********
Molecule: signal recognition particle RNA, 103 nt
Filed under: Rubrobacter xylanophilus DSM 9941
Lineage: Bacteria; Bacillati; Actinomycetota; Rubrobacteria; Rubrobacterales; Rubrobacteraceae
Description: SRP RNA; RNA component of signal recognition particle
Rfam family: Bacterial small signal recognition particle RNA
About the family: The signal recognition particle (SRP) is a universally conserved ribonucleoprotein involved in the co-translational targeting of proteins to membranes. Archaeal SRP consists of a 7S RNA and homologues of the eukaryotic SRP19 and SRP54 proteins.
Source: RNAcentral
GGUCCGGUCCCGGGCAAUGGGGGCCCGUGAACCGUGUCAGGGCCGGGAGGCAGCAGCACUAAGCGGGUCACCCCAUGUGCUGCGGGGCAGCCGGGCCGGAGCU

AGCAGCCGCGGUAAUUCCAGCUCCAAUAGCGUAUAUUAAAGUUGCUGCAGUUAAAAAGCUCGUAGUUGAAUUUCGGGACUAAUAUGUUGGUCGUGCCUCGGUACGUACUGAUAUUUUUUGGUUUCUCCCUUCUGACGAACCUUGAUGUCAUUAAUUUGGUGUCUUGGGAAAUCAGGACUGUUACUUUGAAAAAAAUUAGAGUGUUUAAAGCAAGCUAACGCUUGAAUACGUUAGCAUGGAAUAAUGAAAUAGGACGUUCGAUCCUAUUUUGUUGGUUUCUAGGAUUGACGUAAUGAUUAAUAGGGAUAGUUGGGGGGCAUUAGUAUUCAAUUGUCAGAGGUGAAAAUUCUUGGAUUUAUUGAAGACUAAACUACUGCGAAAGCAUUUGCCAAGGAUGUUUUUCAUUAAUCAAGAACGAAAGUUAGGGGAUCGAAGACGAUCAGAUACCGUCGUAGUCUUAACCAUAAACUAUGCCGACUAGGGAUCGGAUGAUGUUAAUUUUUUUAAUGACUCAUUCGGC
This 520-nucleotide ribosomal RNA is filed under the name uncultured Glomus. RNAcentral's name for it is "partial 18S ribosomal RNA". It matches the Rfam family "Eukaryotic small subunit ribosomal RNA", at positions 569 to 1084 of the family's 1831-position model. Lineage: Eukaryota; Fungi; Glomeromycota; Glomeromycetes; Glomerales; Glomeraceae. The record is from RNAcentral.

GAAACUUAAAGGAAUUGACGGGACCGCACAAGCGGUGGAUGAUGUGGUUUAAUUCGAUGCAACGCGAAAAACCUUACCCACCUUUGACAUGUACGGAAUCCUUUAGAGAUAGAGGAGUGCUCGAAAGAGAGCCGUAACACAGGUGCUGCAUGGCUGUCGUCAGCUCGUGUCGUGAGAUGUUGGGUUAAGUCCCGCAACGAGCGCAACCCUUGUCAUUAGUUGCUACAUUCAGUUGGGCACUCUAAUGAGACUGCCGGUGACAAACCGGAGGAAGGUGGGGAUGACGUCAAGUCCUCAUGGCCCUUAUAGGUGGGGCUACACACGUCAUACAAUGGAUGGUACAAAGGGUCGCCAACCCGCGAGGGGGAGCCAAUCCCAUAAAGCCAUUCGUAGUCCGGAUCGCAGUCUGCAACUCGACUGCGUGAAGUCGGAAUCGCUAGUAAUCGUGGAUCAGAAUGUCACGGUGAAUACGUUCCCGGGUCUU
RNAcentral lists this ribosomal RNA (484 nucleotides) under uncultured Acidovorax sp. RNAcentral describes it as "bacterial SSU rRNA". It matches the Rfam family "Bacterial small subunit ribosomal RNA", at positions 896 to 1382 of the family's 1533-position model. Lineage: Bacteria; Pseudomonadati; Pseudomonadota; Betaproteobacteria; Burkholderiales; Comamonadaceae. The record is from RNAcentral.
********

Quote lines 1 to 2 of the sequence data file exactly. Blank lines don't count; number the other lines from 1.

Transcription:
Molecule: signal recognition particle RNA, 103 nt
Filed under: Rubrobacter xylanophilus DSM 9941